Merry Maids
⭐Jaswal, Balli Kaur. Now You See Us. 320p. Morrow.
Insightful, political, deeply meaningful—with a wonderful vein of humor throughout—this tale of three Filipina domestic workers should attract a huge audience. Singapore may be luxurious, orderly, and privileged, but that’s at the expense of the behind-the-scenes maids, cleaners, and other caregivers who keep the island afloat, exploited by six-day work weeks, bare-minimum salaries, and relentless oppression. It’s twenty-something Donita’s first stint in Singapore. Bold, witty, beautiful—and not afraid to show it—she’s hired by Mrs. Fann, a notoriously mean employer who regularly confiscates Donita’s phone and locks her up. Angel takes care of an elderly man while mourning her break-up with the woman she loved and fearing that she may lose her job. Corazon, truly the heart of the book, has returned to Singapore after years at home in the Philippines; but neither country affords her the peace she desperately wants. When a Filipina maid, a casual acquaintance, is accused of murdering her female employer, the three women, convinced of their friend’s innocence, investigate. While the crime provides a clothesline on which to hang the narrative, it’s the deep exploration of each woman’s life that makes this book so powerful. Yes, we now see Donita, Angel, and Corazon. We hear them. And we are unlikely to ever forget them.—Brian Kenney.
All I Ever Saw Was Hate and Rage
⭐Lehane, Dennis. Small Mercies. April. 320p. Harper.
We’re in the projects of “Southie”—Irish American South Boston—in the summer of 1974, just days before the desegregation of Boston’s schools through busing is to begin. The neighborhood is the proverbial tinderbox, ready to explode in mass protests and violent resistance. Mary Pat Fennessey, a lifer in the Commonwealth projects, is upset about busing, sure, but she has other problems, especially how to support herself and Jules, her teenage daughter, on her meager salary. But then Jules disappears, not just for a night, but for days, and neither her boyfriend nor her buddies are talking. Then a young Black man is murdered the same night Jules goes missing, killed by a subway train just a few stops from Southie, in a manner that can only be murder. Is there a connection? Mary Pat sets off to find Jules, or at least to learn what happened to her, in a quest that overruns with racial hatred and extraordinary violence. Immensely raw, yet completely compelling, this scorched-earth narrative is Lehane at his very best: every word, every sentence, every paragraph matters. Tragically, it is a book that speaks as much to our time as to Boston’s nearly 50 years ago. Brilliant.—Brian Kenney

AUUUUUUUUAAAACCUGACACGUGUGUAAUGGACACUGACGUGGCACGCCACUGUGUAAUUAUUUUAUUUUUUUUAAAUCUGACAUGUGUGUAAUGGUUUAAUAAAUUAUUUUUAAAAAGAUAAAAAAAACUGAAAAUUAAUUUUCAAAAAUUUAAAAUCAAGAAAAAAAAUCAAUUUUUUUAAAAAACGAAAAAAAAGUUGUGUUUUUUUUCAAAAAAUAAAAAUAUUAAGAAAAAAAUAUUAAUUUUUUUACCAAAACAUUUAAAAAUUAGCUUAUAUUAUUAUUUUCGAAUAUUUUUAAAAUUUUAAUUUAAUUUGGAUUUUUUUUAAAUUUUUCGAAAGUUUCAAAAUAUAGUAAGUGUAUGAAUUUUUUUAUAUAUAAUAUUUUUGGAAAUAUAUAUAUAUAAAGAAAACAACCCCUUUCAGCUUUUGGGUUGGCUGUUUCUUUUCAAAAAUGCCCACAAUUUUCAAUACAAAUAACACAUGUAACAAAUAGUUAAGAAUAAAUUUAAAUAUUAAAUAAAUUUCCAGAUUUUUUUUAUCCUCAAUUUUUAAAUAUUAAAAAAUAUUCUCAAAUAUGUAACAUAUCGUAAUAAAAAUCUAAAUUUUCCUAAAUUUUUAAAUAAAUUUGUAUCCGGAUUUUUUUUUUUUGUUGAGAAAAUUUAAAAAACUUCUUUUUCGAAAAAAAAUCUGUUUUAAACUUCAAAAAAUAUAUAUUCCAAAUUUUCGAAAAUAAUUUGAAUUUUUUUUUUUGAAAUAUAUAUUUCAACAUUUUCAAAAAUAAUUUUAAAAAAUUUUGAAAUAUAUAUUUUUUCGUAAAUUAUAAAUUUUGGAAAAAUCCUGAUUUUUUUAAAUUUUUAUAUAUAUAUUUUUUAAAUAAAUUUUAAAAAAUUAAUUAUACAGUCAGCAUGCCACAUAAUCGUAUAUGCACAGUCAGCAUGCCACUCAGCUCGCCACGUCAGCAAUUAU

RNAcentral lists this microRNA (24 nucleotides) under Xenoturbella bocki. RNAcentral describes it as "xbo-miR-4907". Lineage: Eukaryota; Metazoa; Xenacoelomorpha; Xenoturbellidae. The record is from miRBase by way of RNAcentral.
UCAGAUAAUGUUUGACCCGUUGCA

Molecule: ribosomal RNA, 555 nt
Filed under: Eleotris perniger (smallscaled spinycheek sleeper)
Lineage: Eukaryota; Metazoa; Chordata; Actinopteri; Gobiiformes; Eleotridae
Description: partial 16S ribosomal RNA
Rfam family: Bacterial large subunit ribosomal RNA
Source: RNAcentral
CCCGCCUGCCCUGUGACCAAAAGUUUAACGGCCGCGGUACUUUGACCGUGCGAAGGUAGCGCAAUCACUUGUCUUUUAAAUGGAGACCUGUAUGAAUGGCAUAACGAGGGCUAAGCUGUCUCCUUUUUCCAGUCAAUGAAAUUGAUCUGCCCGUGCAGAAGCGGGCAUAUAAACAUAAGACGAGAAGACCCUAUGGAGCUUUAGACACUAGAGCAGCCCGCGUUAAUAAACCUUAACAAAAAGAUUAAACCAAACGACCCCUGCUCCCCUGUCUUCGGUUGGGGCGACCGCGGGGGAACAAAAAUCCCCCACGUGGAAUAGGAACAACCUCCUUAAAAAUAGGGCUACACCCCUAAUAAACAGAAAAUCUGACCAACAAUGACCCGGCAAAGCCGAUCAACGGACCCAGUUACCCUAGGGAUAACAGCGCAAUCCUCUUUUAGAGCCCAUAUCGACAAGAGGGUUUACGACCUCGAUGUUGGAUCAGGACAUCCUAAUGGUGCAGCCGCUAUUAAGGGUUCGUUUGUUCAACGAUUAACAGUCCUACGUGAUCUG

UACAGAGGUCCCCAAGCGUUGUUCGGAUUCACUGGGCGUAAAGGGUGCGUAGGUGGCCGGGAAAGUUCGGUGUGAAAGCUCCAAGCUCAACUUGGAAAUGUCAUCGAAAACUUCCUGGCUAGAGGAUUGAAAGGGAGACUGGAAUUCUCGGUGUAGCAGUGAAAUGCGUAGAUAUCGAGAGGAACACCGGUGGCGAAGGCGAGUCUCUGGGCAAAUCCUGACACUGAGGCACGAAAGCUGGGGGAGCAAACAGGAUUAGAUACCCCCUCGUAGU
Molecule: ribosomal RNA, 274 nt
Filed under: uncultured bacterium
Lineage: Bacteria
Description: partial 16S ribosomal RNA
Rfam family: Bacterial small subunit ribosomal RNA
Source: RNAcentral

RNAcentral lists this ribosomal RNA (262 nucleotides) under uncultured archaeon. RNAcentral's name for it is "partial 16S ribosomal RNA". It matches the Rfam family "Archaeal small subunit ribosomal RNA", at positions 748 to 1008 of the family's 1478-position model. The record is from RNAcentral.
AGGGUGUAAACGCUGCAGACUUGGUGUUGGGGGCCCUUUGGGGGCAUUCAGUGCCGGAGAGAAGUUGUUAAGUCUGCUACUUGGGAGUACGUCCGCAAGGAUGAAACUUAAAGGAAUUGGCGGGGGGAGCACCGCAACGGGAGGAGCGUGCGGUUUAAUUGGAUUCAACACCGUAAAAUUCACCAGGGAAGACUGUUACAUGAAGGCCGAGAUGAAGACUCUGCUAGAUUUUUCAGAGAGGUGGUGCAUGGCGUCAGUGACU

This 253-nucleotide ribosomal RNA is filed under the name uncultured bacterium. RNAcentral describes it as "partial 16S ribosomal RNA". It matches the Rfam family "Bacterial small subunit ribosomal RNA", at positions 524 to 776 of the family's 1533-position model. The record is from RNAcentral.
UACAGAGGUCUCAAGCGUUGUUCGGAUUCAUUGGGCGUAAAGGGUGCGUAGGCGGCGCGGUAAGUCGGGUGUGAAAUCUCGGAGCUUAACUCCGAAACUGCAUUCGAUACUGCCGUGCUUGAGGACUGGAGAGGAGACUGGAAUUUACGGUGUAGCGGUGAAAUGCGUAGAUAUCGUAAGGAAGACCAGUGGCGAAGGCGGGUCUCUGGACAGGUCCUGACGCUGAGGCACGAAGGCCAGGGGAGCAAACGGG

Extra Credit
Join a Desperate Search Through the Australian Outback in This Stunning Debut Thriller | BookTrib
Review: “The Life of Crime,” by Martin Edwards | The New York Times
Crime Writing Gets a Fillip at Home | The Week
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Henrietta Verma & Brian Kenney
Henrietta Verma & Brian Kenney @1stClueReviews

At firstCLUE we read crime novels way in advance of their publication and share our favorite finds with you. We hope that firstCLUE will help librarians and booksellers select titles and make recommendations, and readers find that next great read. If we really love a book we put a star on it.